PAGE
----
The Economic Situation of First- and Second-Generation Immigrants in France, Germany, and the UK
Universite Paris I Pantheon-Sorbonne - CNRS-EUREQUA; Institute for the Study of Labor (IZA)
University College London; Institute for Fiscal Studies (IFS); Centre for Economic Policy Research (CEPR)
Universitat Pompeu Fabra; Institute for the Study of Labor (IZA)
London School of Economics & Political Science (LSE) - Centre for Economic Performance (CEP)
IZA Discussion Paper No. 4514
A central concern about immigration is the integration into the labour market, not only of the first generation, but also of subsequent generations. Little comparative work exists for Europe's largest economies. France, Germany and the UK have all become, perhaps unwittingly, countries with large immigrant populations albeit with very different ethnic compositions. Today, the descendants of these immigrants live and work in their parents destination countries. This paper presents and discusses comparative evidence on the performance of first- and second-generation immigrants in these countries in terms of education, earnings, and employment.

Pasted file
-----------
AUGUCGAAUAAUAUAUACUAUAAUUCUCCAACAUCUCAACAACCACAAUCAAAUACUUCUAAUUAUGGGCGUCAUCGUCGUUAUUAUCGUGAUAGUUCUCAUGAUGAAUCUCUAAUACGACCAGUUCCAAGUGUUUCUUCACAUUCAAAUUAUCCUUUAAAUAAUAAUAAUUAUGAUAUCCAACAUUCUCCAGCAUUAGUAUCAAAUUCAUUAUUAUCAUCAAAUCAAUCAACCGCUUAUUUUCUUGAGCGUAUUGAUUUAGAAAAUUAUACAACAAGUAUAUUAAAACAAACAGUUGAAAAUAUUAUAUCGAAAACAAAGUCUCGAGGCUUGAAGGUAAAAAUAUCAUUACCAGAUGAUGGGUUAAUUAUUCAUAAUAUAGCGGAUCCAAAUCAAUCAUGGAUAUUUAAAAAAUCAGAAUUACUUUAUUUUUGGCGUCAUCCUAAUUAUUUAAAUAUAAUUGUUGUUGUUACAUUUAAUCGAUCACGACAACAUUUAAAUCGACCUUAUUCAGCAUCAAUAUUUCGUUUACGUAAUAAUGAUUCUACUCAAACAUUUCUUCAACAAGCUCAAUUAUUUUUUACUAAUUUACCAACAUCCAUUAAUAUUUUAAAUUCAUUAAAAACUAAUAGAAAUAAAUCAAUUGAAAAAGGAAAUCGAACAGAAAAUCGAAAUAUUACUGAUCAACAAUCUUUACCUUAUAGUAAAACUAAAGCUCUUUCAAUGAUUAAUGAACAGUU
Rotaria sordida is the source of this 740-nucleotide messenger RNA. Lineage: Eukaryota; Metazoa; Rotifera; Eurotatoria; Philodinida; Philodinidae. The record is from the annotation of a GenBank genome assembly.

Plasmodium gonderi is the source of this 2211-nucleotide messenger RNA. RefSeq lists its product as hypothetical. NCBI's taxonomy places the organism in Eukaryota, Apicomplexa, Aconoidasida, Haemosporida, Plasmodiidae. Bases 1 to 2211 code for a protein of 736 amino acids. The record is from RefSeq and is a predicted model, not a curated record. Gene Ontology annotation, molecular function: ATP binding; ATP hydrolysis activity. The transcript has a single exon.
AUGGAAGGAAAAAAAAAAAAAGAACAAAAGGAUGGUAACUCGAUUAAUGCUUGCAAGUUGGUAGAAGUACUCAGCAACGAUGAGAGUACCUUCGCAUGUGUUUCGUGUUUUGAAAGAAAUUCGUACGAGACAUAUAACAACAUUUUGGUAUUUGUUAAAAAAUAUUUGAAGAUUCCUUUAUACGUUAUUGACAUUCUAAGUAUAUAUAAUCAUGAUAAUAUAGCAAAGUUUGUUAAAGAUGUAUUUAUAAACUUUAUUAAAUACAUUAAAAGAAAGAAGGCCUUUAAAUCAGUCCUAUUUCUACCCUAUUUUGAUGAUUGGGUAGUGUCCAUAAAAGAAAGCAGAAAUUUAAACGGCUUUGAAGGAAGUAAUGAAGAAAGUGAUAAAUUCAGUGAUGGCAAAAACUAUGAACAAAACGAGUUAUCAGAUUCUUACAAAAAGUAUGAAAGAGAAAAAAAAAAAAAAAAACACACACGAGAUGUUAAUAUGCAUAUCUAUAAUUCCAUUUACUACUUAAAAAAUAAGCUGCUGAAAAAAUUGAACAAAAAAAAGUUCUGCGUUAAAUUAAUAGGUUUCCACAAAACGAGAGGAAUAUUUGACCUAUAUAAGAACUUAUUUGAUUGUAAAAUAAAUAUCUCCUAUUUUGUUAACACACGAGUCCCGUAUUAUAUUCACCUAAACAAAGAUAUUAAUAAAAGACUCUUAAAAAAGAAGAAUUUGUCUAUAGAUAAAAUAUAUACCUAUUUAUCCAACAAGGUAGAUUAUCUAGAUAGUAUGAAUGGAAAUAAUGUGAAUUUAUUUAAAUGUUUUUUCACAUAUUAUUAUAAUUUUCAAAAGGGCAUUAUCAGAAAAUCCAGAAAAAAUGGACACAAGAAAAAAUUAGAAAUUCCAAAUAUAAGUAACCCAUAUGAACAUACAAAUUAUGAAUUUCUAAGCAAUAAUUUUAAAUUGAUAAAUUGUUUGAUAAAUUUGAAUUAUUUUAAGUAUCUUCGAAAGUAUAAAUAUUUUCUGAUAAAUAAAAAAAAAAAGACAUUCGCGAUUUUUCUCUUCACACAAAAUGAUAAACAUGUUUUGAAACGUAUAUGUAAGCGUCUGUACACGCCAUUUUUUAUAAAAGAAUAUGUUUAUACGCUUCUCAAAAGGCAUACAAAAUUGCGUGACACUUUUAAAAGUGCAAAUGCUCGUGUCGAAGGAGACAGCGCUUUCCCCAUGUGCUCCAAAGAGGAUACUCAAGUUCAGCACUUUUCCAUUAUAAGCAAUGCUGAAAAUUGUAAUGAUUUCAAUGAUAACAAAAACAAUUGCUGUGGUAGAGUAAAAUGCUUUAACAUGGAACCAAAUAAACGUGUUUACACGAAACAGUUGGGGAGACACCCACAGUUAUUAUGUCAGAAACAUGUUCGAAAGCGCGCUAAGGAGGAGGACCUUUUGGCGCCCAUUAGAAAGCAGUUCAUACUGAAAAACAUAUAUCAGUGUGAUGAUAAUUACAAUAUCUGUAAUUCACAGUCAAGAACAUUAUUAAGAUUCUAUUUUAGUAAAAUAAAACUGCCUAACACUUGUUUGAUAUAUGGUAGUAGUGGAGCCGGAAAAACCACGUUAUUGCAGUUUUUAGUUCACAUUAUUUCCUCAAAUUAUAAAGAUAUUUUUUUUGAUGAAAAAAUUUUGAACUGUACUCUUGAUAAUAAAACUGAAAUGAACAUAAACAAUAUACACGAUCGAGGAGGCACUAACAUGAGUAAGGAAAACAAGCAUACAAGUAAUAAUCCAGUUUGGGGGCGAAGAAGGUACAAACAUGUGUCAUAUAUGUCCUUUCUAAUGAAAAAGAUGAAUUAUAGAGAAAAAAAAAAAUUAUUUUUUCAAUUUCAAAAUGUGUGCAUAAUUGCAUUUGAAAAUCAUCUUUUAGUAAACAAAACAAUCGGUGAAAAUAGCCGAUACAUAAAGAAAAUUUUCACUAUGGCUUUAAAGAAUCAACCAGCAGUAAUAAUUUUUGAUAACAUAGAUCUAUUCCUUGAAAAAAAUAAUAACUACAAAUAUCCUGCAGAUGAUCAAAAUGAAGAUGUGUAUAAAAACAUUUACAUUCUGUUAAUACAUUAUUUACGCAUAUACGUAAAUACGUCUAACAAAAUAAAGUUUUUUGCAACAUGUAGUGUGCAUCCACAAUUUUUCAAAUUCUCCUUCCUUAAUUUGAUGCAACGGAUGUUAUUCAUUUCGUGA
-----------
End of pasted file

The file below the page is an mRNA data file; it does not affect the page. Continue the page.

Number of Pages in PDF File: 41
Keywords: immigration, second-generation immigrants, integration
JEL Classification: J61, F22working papers series
Date posted: November 9, 2009
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